The Second Brain and the One That’s Missing

January 25th, 2016 by elaine

The second brain is the stomach and the intestines and the whole digestive system.  Some thirty-five years before I heard it referred to in that way, as a practitioner of bioenergetic analysis, a form of psychotherapy,  I tried to convince people that whatever happens in the body happens in the mind and whatever happens in the mind happens in the body.  That was the basic tenet of the approach to mental and physical health  at the the institute in New York City where I trained with the two medical doctors, Alexander Lowen and John Pierrakos who founded this body/mind way of working, and where both of them were active and enthusiastic mentors.

I  have to say, I was easily convinced of this simple truth; it just seemed obvious – it seemed like something I had always known.  You know how you get butterflies in your stomach when you’re nervous, I mean, like anticipating something big, like having a speaking part in a play or singing a solo on stage or jumping out of an airplane. (A more graphic expression just occurred to me, but I’ll spare you that one, it’s about how real serious fear can express itself in something other than words.)

Highly qualified medical doctors, as my mentors were, who have a different approach from the accepted one can have a hard time convincing their colleagues of its merits.  So I, not medically trained, was not surprised to get blank looks or skeptical pronouncements from colleagues in other fields of psychotherapy and from just about everyone in the general public – friends, relations, strangers on a plane when I tried to explain what I do.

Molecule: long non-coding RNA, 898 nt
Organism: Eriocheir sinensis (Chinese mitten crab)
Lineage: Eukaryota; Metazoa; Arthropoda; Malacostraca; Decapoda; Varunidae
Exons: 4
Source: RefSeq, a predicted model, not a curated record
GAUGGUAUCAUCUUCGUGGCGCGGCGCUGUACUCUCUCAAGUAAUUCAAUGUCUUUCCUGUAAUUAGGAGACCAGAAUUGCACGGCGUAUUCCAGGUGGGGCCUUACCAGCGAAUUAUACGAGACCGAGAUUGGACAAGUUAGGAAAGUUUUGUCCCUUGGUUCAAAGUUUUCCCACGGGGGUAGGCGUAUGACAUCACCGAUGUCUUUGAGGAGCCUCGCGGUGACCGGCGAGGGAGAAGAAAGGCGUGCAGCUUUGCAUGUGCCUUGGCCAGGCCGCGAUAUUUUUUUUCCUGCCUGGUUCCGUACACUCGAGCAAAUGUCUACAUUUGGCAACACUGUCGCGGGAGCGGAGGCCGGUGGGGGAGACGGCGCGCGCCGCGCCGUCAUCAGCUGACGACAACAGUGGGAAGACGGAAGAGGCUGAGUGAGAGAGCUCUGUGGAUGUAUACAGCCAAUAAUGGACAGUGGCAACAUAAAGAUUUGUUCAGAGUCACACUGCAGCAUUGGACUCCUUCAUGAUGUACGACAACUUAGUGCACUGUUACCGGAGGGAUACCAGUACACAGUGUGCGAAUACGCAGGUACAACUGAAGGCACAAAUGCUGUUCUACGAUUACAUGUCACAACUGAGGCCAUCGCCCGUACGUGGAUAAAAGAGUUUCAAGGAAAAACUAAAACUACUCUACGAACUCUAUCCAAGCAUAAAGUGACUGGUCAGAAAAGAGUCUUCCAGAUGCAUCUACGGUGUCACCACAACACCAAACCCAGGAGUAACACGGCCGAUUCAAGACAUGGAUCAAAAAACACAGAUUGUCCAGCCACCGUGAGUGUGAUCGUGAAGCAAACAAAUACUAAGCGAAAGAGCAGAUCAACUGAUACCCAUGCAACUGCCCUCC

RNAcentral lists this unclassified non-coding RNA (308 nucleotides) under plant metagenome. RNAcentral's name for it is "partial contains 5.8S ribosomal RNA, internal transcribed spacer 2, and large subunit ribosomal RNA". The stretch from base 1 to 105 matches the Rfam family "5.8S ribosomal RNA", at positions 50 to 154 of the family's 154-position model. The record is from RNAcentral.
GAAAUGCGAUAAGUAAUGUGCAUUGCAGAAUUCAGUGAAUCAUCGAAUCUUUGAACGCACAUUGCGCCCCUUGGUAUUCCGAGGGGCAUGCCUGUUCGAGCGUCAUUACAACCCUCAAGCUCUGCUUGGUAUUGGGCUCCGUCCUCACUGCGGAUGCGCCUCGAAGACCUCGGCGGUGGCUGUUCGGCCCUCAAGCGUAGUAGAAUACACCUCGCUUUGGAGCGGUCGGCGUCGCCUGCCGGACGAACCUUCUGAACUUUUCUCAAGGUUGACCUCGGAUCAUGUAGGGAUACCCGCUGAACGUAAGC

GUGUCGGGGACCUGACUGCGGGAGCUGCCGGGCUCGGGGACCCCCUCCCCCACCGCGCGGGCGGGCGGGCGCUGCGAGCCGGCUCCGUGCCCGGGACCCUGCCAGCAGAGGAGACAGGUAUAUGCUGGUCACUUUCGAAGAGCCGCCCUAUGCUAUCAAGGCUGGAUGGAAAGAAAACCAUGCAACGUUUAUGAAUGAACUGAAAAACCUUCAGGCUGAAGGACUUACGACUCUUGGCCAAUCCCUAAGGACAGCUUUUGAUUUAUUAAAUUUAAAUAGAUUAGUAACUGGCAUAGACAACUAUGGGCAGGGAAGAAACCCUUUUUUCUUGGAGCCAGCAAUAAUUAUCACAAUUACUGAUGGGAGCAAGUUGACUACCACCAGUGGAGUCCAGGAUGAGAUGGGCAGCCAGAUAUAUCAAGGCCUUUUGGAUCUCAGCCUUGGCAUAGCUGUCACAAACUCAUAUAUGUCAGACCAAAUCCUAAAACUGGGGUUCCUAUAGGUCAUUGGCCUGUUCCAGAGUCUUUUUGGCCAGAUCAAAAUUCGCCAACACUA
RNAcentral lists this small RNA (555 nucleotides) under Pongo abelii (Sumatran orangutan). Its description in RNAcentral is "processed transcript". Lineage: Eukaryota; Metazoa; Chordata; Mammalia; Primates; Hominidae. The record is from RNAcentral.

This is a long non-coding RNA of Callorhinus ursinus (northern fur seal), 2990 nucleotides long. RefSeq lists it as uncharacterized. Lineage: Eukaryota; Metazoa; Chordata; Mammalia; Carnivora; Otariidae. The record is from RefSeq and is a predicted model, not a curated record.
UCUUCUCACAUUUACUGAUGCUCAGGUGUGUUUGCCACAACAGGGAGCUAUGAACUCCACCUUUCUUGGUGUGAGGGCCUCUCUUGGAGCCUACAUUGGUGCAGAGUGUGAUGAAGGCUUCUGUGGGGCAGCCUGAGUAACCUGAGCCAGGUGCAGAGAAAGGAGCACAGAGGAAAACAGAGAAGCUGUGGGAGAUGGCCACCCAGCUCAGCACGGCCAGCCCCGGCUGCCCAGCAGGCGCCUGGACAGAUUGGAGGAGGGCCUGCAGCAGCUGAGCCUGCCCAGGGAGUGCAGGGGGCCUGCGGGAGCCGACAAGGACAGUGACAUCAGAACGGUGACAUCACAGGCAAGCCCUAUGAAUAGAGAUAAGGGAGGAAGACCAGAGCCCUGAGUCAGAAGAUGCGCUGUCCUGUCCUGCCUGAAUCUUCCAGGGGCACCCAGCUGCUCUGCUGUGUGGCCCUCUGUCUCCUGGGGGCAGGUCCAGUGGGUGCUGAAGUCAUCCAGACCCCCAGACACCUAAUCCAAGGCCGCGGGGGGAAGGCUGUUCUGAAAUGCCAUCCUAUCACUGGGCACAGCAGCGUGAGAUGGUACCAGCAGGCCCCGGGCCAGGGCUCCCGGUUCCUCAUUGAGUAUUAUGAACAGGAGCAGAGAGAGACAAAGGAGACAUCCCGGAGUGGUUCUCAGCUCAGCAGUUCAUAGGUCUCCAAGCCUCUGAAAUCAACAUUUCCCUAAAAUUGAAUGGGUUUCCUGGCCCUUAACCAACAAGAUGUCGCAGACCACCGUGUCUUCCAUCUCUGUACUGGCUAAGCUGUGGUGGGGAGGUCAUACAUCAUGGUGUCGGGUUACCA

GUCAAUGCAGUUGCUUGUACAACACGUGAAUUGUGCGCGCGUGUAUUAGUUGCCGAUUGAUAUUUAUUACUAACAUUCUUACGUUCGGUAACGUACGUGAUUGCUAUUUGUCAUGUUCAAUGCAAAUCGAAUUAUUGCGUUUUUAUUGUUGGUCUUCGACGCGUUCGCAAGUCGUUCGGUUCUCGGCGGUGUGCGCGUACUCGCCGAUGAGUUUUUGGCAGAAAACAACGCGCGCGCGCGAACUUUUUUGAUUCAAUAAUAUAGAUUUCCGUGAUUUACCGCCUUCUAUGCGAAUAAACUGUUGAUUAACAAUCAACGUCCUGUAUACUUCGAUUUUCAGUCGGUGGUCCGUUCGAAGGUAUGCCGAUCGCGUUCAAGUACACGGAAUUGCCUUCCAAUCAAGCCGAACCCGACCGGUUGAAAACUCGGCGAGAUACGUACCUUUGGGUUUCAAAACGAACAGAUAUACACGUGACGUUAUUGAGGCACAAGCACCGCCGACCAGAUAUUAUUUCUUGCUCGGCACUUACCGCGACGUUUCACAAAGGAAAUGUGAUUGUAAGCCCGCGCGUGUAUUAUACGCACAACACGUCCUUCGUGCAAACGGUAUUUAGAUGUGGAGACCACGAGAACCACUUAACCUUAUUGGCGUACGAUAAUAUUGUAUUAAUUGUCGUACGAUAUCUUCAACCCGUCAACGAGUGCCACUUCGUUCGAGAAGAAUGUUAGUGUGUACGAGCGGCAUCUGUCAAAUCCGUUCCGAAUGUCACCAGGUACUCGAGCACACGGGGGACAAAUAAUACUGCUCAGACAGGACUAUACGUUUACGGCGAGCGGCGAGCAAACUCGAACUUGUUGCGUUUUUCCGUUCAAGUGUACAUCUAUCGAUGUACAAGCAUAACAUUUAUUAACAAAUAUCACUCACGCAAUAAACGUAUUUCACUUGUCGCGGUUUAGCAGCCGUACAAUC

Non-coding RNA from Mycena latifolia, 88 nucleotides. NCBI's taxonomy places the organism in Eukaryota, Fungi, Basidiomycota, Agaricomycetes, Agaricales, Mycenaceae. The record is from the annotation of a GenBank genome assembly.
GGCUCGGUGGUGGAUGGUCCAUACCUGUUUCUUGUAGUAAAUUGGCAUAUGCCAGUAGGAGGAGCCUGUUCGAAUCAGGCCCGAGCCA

And then, as time went by, slowly, I would come upon articles in The New York Times science section  headlined like this one:  The Other Brain, the One with Butterflies, Also Deals with Many Woes.

Whoa!  That got my attention!  It was official!  A man by the name of Michael D. Gershon, M.D. who was Chairman of the Department of Anatomy and Cell Biology at Columbia University College of Physicians and Surgeons, had written a book about The Scientific Basis of Gut Instinct…. and he named it The Second Brain.  I couldn’t get my hands on it fast enough.  It was 2005.  There was nothing out there in the 1970′s or 80′s, perhaps a few hints in the 90′s.  It was about time!

I bought the book and tried to read it.  It wasn’t a medical treatise, it was aimed at the general public.  On the back cover lots of medical people praised it for how readable it was, how Dr. Gershon writes with authority and clarity laced with….irony and wit…might have been written by Woody Allen, but it is none the worse for that.

I just couldn’t get into it.  It seemed like it was working too hard to convince me of something I already knew.

Ten years later, 2015, I read about a book written by a young German woman, Giulia Enders, who, at 17,  had developed a skin problem and started her own research program to find out what it was. That led to a study of her own digestive system and she got so intrigued she pursued a medical education. In 2012 she won the first prize at the Science Slam in Freiburg, Berlin and Karlsruhe with a talk she gave called Darm Mit Charme (Charming Bowels) and subsequently wrote the book with that title.  It was an International bestseller before it was translated into English as GUT, and it is a charming, informative book with playful and useful illustrations provided by the author’s sister, a graphic designer.